The United States has repeatedly indicated that a key tension in NAFTA renegotiations is Canada’s continued protection of dairy, poultry and egg producers. These protectionist policies, known as supply management, were also an irritant in the Trans-Pacific free trade negotiations. The question for Canadians is why broad trade agreements, which benefit almost all Canadians, are being jeopardized to continue to protect a small subset of farmers in Canada—estimated at 13,500 nationwide.
Supply management is a set of government-imposed production quotas and structured prices to limit domestic supply while impeding consumer access to foreign imports through tariffs. The outcome arguable is, reduced choice and higher prices for consumers, and higher revenues for producers.
The speaker will contend that an often overlooked aspect of this protectionism is that it disproportionately affects the poor. Policies that raise prices of milk, cheese, eggs and chicken affect low-income families, and those with children, to a greater degree than higher income families. He will further argue that producers having to purchase very expensive and compulsory production quotas, ties up a lot of money that otherwise could be invested in more productive endeavours within their farming operation.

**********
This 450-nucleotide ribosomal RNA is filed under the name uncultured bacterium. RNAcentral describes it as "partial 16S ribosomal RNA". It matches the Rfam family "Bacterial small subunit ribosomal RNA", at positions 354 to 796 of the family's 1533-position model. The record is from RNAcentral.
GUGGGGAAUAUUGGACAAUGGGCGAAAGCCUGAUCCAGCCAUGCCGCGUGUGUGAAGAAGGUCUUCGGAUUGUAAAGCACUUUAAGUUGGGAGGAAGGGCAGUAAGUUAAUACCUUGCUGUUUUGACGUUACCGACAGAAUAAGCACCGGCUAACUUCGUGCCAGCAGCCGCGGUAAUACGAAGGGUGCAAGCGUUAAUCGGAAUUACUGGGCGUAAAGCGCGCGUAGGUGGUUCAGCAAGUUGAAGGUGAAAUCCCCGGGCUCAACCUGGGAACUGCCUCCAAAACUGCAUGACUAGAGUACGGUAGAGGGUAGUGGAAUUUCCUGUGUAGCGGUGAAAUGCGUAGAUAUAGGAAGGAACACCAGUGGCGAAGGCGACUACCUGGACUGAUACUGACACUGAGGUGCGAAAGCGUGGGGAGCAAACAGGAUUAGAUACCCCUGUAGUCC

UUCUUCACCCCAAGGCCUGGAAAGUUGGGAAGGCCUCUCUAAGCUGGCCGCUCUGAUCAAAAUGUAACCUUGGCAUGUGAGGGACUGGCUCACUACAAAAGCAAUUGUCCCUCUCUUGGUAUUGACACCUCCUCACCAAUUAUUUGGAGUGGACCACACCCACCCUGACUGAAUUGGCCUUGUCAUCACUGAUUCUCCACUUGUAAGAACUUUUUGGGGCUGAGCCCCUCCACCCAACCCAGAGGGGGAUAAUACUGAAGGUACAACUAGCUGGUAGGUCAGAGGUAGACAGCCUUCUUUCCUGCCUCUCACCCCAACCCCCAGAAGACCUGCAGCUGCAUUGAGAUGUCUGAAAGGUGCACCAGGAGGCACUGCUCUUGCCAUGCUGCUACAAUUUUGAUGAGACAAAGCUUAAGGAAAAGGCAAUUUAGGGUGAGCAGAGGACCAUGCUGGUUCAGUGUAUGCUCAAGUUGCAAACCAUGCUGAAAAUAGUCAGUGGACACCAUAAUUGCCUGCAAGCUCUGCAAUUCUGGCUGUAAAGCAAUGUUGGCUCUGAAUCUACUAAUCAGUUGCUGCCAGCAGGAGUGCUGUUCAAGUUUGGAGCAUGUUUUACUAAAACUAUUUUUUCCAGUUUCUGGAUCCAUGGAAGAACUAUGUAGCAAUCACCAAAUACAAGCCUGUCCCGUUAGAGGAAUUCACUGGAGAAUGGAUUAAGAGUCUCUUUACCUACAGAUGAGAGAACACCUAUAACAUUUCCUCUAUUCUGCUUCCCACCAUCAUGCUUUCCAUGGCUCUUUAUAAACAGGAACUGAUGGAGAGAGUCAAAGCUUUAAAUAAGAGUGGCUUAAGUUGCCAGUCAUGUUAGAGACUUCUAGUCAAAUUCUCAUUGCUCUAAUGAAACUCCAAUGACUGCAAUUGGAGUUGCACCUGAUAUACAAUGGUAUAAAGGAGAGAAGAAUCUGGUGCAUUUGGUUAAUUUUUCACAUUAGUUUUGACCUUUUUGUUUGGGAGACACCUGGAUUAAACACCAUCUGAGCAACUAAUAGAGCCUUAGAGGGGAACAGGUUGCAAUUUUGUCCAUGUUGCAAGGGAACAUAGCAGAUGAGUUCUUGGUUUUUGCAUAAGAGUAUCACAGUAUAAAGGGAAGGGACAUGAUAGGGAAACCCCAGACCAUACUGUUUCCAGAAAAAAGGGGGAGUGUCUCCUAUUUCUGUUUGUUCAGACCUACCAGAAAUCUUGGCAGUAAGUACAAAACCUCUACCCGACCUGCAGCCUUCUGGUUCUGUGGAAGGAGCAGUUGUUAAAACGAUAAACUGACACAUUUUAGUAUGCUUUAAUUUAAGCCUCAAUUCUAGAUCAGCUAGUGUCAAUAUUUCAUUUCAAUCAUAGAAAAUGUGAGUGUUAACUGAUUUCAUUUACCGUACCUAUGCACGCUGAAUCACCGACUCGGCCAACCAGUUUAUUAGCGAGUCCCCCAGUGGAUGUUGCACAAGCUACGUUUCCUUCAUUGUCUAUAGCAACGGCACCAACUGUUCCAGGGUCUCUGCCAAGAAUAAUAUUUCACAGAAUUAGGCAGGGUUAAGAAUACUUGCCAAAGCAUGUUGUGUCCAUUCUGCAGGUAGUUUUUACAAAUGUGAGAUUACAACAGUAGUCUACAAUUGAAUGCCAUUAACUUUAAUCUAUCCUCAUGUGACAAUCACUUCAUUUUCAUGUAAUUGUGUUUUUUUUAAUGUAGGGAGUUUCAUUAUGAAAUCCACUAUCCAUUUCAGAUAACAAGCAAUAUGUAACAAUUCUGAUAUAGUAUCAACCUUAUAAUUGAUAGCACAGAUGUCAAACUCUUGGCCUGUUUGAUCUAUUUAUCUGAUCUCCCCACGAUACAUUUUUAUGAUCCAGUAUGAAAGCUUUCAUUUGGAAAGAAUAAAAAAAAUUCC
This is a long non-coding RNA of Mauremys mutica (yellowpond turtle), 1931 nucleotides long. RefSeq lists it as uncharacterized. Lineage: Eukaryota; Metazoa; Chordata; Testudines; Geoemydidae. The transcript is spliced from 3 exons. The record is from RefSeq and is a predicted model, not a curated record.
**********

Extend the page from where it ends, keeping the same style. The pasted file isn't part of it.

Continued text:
Speaker: Dr. Danny Le Roy
Danny Le Roy is an Associate Professor of Economics at the University of Lethbridge. He received his B.A. (Honours) in Economics in 1992 from Carleton University and his MSc and PhD in Agricultural Economics in (1994 and 2002, respectively) from the University of Guelph. He teaches courses in agricultural systems modeling, commodity marketing, agricultural policy and micro-economics. ??The focus of Dr. Le Roy’s research is on livestock production, marketing and trade, emerging markets for irrigation water in Southern Alberta, and the impact of renewable energy policies on Canadian agriculture. He has been involved in numerous studies involving systems modelling of farms in Canada and assessments of agricultural policy and trade alternatives. ??Le Roy has served as an executive member of the Canadian Agricultural Economics Society, the Alberta Agricultural Economics Association and the Tiffin Conference Organizing Committee. He has published in and reviewed several papers for the Canadian Journal of Economics, Current Agriculture, Food and Research Issues, Canadian Public Policy and the Western Economic Forum. He has been nominated twice for the Distinguished Teaching Award at the University of Lethbridge, and in 2004 and in 2008, he received the Agricultural Students Association Distinguished Teaching Award.
Moderator: Robert Campbell
Date: Thursday, May 10, 2018 Time: Doors open 11:30 am, Presentation 12 noon, buffet lunch 12:30 pm, Q&A 1 – 1:30 pm Location: Royal Canadian Legion (north door) 324 Mayor Magrath Dr. S. Lethbridge Cost:$14 buffet lunch with desert & coffee/tea/juice or $2 coffee/tea/juice. RSVP not required